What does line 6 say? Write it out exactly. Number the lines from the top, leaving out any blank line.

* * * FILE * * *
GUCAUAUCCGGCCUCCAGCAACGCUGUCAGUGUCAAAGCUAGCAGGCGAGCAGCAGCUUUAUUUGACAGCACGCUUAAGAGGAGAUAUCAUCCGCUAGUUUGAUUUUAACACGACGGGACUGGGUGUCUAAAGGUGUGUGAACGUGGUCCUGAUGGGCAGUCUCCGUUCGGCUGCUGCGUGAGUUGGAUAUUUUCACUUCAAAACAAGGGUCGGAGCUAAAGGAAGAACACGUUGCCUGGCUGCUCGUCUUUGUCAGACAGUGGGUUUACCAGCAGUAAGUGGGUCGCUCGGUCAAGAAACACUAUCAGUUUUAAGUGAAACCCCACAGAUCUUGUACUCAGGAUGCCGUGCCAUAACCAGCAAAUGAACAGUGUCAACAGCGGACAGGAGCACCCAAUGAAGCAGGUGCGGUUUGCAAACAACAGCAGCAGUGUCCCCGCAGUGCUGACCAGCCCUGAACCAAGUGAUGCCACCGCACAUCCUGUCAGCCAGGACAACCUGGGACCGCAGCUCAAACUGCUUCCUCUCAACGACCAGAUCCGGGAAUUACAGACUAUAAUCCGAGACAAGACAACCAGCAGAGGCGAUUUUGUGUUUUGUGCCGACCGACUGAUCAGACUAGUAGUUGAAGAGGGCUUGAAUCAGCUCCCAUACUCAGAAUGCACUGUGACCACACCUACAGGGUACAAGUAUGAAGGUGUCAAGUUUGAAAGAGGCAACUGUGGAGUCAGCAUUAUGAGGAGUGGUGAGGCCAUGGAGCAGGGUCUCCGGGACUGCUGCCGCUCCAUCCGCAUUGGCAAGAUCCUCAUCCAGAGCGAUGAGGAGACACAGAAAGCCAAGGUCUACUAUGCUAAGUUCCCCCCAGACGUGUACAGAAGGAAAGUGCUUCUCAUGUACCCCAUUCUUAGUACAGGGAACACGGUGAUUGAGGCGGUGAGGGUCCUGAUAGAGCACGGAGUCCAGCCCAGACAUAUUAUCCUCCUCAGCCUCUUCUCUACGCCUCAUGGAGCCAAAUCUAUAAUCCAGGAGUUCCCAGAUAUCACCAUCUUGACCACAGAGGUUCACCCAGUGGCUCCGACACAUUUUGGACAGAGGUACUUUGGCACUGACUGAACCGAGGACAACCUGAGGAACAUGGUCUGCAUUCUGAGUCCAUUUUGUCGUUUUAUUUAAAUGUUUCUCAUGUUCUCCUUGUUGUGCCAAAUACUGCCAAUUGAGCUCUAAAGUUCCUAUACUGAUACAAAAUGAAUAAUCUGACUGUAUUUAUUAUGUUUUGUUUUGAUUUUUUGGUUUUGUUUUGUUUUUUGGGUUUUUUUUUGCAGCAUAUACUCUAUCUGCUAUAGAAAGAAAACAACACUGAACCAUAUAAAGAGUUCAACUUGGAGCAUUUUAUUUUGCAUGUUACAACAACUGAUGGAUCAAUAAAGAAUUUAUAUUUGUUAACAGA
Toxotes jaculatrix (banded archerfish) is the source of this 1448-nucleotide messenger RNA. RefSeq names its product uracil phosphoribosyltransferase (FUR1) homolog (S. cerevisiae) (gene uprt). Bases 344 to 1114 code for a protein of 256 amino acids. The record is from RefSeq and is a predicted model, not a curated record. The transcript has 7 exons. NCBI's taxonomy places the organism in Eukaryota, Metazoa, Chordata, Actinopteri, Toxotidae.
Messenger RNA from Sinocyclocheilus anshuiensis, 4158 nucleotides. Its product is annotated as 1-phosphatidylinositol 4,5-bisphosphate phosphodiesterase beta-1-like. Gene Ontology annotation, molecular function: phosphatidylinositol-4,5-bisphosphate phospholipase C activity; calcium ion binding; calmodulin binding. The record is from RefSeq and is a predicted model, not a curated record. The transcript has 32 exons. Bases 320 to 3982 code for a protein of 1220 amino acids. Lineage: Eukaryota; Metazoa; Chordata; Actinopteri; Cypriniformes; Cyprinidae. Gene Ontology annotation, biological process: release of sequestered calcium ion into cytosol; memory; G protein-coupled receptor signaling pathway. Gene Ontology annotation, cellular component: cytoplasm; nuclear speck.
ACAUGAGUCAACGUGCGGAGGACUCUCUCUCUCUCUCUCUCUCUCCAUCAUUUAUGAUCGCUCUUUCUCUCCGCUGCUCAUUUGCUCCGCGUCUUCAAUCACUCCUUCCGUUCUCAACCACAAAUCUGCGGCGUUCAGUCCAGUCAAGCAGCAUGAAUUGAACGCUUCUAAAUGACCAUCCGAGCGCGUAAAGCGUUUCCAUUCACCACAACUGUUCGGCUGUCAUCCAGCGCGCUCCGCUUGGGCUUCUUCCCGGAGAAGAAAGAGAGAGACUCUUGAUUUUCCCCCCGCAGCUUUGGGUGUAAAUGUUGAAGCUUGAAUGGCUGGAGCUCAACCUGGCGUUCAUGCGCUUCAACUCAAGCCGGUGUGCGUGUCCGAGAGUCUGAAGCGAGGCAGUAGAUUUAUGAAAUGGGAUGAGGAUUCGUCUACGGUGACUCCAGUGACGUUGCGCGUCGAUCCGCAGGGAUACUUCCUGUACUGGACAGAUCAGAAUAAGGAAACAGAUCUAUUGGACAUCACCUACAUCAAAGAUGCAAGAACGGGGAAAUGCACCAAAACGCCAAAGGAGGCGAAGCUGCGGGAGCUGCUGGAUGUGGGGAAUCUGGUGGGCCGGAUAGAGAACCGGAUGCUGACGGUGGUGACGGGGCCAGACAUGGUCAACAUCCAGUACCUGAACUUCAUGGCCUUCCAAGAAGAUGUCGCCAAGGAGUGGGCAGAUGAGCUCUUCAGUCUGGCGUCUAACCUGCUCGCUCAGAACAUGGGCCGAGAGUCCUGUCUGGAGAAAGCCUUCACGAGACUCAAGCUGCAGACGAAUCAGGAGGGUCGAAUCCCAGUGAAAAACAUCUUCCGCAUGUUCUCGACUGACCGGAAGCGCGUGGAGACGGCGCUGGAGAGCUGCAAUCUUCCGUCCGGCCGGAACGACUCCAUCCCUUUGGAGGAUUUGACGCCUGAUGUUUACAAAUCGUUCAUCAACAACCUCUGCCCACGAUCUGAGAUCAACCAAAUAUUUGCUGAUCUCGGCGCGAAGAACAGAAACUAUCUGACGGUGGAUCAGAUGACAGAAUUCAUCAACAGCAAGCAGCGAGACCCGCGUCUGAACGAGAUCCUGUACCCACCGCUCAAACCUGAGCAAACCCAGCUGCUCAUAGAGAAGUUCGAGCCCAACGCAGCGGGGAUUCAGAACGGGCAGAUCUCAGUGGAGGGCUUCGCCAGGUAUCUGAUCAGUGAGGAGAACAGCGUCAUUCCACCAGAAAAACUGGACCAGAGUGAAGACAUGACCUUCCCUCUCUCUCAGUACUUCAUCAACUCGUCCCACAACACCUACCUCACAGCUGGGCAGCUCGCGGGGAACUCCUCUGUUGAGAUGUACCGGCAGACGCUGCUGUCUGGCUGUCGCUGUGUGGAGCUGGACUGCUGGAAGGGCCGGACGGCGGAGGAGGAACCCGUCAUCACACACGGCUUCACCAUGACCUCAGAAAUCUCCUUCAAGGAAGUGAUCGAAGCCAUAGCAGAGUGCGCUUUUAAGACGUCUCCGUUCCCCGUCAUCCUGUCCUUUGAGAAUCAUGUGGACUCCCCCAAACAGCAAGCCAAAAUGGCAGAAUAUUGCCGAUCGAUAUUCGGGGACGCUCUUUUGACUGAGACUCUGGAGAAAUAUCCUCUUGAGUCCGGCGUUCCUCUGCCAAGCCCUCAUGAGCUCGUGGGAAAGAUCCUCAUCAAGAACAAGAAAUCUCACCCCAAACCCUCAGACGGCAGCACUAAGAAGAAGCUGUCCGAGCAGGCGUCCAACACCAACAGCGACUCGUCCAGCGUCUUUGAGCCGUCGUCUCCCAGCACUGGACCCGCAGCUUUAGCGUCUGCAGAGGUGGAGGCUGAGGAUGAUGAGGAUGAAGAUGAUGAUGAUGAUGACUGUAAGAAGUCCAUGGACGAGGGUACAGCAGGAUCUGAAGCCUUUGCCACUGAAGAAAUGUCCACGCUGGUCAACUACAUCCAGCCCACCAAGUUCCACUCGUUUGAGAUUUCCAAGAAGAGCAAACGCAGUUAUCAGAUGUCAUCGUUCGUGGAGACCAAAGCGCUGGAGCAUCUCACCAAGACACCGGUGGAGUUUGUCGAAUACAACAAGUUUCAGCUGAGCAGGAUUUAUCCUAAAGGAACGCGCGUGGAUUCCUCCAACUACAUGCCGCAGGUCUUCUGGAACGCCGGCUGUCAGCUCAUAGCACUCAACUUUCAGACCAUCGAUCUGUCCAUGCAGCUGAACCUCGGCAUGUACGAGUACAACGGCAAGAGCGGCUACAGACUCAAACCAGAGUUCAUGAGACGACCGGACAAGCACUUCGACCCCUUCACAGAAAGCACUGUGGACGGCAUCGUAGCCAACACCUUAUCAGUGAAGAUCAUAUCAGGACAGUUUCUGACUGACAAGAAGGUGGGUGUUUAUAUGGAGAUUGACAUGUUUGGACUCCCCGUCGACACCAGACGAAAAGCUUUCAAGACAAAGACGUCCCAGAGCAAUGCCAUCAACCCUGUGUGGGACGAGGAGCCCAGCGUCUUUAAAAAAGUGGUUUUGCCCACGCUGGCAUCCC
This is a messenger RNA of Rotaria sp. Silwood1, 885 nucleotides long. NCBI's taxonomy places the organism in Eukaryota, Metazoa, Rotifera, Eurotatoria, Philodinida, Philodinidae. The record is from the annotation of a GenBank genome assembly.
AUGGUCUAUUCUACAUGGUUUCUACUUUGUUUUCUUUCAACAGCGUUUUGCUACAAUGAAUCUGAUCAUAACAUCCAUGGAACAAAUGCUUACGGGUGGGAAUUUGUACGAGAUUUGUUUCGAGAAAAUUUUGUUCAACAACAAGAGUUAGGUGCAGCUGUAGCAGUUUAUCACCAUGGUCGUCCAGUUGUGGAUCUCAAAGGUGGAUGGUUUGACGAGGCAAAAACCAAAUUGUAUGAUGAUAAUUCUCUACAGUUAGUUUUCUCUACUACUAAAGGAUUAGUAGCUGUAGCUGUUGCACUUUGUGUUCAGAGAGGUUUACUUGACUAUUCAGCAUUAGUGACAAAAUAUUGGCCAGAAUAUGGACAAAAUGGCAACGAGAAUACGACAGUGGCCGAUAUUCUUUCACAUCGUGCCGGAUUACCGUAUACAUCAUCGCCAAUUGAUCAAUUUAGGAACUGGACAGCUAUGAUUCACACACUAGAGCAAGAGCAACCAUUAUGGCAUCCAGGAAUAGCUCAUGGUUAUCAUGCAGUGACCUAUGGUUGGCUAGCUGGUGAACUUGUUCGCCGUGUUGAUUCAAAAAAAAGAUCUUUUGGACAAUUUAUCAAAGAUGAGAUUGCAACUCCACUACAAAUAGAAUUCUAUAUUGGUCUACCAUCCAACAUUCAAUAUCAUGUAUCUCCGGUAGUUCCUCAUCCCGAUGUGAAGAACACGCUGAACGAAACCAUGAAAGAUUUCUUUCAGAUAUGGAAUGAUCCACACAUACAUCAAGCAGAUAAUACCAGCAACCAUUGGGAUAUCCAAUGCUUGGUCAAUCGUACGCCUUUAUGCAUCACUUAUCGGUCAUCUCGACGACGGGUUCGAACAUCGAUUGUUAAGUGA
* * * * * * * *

AUGGUCUAUUCUACAUGGUUUCUACUUUGUUUUCUUUCAACAGCGUUUUGCUACAAUGAAUCUGAUCAUAACAUCCAUGGAACAAAUGCUUACGGGUGGGAAUUUGUACGAGAUUUGUUUCGAGAAAAUUUUGUUCAACAACAAGAGUUAGGUGCAGCUGUAGCAGUUUAUCACCAUGGUCGUCCAGUUGUGGAUCUCAAAGGUGGAUGGUUUGACGAGGCAAAAACCAAAUUGUAUGAUGAUAAUUCUCUACAGUUAGUUUUCUCUACUACUAAAGGAUUAGUAGCUGUAGCUGUUGCACUUUGUGUUCAGAGAGGUUUACUUGACUAUUCAGCAUUAGUGACAAAAUAUUGGCCAGAAUAUGGACAAAAUGGCAACGAGAAUACGACAGUGGCCGAUAUUCUUUCACAUCGUGCCGGAUUACCGUAUACAUCAUCGCCAAUUGAUCAAUUUAGGAACUGGACAGCUAUGAUUCACACACUAGAGCAAGAGCAACCAUUAUGGCAUCCAGGAAUAGCUCAUGGUUAUCAUGCAGUGACCUAUGGUUGGCUAGCUGGUGAACUUGUUCGCCGUGUUGAUUCAAAAAAAAGAUCUUUUGGACAAUUUAUCAAAGAUGAGAUUGCAACUCCACUACAAAUAGAAUUCUAUAUUGGUCUACCAUCCAACAUUCAAUAUCAUGUAUCUCCGGUAGUUCCUCAUCCCGAUGUGAAGAACACGCUGAACGAAACCAUGAAAGAUUUCUUUCAGAUAUGGAAUGAUCCACACAUACAUCAAGCAGAUAAUACCAGCAACCAUUGGGAUAUCCAAUGCUUGGUCAAUCGUACGCCUUUAUGCAUCACUUAUCGGUCAUCUCGACGACGGGUUCGAACAUCGAUUGUUAAGUGA